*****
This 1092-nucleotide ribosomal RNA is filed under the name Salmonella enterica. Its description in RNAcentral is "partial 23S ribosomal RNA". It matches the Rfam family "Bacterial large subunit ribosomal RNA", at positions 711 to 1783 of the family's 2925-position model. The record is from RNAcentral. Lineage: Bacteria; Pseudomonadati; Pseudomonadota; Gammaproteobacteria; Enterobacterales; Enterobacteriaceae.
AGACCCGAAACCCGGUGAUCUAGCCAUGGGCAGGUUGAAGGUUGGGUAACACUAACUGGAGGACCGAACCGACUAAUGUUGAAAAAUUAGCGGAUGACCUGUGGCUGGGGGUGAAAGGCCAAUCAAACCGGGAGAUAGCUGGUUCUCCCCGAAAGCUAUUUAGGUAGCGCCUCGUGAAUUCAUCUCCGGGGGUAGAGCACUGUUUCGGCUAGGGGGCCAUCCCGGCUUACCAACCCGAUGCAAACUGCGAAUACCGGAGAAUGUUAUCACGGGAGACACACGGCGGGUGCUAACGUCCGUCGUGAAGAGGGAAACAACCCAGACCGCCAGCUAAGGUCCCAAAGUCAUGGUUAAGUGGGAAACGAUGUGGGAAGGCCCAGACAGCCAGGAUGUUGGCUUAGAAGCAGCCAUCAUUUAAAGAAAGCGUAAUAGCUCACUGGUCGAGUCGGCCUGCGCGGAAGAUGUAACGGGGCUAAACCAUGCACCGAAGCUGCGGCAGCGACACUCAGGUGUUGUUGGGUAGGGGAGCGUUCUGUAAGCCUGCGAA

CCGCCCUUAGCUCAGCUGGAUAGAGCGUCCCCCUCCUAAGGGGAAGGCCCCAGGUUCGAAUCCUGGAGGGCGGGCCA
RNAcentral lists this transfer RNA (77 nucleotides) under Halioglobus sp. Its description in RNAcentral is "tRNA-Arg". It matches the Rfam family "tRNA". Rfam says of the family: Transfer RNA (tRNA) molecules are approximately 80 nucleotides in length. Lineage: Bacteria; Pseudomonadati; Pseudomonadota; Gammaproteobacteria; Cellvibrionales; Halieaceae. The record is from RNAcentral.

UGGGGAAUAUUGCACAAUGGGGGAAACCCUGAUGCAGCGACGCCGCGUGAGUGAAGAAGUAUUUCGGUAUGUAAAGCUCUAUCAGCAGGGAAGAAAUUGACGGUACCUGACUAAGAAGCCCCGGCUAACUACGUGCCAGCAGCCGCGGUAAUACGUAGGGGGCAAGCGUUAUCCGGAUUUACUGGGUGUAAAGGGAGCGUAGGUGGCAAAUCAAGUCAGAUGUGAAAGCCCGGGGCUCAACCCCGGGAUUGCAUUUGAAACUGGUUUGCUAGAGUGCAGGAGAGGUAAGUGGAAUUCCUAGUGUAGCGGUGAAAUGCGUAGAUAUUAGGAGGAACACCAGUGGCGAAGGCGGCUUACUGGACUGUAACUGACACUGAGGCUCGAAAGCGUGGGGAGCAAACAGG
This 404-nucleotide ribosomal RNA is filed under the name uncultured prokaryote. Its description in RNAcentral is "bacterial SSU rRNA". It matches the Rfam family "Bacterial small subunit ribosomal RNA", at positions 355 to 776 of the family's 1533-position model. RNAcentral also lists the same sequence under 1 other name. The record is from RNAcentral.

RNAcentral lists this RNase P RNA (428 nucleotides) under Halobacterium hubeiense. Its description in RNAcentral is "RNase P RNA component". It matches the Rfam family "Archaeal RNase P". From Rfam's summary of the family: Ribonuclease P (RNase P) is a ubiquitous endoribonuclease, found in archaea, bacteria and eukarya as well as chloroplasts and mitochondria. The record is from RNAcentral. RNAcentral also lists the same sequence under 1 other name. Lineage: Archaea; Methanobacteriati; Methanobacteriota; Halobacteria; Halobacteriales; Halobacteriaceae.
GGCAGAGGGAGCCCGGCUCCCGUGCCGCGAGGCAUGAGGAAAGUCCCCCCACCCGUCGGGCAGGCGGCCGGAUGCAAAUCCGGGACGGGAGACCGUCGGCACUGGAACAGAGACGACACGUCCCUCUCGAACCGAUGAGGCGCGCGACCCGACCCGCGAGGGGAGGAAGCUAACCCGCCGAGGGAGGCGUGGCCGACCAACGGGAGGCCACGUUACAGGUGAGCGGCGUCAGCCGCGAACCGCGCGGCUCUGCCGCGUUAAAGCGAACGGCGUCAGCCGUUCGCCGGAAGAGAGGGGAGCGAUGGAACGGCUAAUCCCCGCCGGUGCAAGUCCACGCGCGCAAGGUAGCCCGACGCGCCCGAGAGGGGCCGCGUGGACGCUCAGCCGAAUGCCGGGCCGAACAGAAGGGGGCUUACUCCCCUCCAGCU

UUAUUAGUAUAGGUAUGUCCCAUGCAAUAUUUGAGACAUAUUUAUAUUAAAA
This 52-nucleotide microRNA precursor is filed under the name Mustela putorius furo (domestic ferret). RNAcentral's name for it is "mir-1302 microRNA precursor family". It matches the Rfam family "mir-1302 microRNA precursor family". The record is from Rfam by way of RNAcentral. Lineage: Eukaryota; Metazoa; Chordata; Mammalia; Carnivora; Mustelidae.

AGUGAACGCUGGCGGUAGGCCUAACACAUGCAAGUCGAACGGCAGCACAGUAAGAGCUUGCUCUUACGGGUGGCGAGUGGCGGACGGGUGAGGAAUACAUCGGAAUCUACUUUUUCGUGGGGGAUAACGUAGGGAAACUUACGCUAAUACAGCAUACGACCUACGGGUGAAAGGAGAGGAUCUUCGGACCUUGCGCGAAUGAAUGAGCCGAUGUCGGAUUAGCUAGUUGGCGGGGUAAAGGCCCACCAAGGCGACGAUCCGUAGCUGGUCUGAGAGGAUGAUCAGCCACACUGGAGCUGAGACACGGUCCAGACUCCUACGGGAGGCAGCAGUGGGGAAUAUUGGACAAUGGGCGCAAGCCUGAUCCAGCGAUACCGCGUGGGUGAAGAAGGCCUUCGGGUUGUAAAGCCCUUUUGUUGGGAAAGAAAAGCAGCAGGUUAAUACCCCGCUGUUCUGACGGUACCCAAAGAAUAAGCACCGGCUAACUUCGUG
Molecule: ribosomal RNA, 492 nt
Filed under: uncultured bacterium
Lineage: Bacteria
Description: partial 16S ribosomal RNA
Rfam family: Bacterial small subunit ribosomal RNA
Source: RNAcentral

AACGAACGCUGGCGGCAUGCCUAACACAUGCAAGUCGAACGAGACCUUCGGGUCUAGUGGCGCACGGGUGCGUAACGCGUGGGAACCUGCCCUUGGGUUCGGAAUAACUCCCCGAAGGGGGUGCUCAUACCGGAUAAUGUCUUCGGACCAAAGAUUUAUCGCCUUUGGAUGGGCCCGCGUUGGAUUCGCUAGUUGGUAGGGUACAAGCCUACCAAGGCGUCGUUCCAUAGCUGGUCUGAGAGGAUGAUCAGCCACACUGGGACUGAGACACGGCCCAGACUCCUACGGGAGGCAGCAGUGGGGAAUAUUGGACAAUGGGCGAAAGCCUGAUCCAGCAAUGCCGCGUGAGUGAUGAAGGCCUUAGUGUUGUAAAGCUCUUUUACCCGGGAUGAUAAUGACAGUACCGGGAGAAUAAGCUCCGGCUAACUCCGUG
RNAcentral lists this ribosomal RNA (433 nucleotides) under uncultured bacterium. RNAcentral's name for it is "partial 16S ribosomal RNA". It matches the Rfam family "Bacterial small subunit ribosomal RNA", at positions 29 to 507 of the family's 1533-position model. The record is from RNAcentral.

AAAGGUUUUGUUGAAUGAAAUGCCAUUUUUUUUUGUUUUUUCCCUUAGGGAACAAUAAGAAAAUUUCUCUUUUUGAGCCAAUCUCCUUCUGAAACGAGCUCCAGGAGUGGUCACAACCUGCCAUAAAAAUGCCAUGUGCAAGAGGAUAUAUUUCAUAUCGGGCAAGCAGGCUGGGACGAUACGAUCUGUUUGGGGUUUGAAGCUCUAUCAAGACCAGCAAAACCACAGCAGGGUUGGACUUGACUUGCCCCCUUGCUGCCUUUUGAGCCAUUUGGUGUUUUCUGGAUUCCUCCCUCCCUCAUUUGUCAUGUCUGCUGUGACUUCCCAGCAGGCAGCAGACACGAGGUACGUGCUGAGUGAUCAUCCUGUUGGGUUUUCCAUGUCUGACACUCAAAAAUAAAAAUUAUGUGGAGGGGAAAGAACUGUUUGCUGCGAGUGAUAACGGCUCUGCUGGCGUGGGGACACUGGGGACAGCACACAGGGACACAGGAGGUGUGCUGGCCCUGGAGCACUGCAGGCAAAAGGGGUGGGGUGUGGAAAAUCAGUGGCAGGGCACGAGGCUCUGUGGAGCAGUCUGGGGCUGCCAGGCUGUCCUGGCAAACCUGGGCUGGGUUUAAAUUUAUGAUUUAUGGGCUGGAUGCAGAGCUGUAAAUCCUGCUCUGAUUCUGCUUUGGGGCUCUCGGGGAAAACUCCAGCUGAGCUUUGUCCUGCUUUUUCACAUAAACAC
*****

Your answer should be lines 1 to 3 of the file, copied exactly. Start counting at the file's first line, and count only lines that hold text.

This 1092-nucleotide ribosomal RNA is filed under the name Salmonella enterica. Its description in RNAcentral is "partial 23S ribosomal RNA". It matches the Rfam family "Bacterial large subunit ribosomal RNA", at positions 711 to 1783 of the family's 2925-position model. The record is from RNAcentral. Lineage: Bacteria; Pseudomonadati; Pseudomonadota; Gammaproteobacteria; Enterobacterales; Enterobacteriaceae.
AGACCCGAAACCCGGUGAUCUAGCCAUGGGCAGGUUGAAGGUUGGGUAACACUAACUGGAGGACCGAACCGACUAAUGUUGAAAAAUUAGCGGAUGACCUGUGGCUGGGGGUGAAAGGCCAAUCAAACCGGGAGAUAGCUGGUUCUCCCCGAAAGCUAUUUAGGUAGCGCCUCGUGAAUUCAUCUCCGGGGGUAGAGCACUGUUUCGGCUAGGGGGCCAUCCCGGCUUACCAACCCGAUGCAAACUGCGAAUACCGGAGAAUGUUAUCACGGGAGACACACGGCGGGUGCUAACGUCCGUCGUGAAGAGGGAAACAACCCAGACCGCCAGCUAAGGUCCCAAAGUCAUGGUUAAGUGGGAAACGAUGUGGGAAGGCCCAGACAGCCAGGAUGUUGGCUUAGAAGCAGCCAUCAUUUAAAGAAAGCGUAAUAGCUCACUGGUCGAGUCGGCCUGCGCGGAAGAUGUAACGGGGCUAAACCAUGCACCGAAGCUGCGGCAGCGACACUCAGGUGUUGUUGGGUAGGGGAGCGUUCUGUAAGCCUGCGAA

CCGCCCUUAGCUCAGCUGGAUAGAGCGUCCCCCUCCUAAGGGGAAGGCCCCAGGUUCGAAUCCUGGAGGGCGGGCCA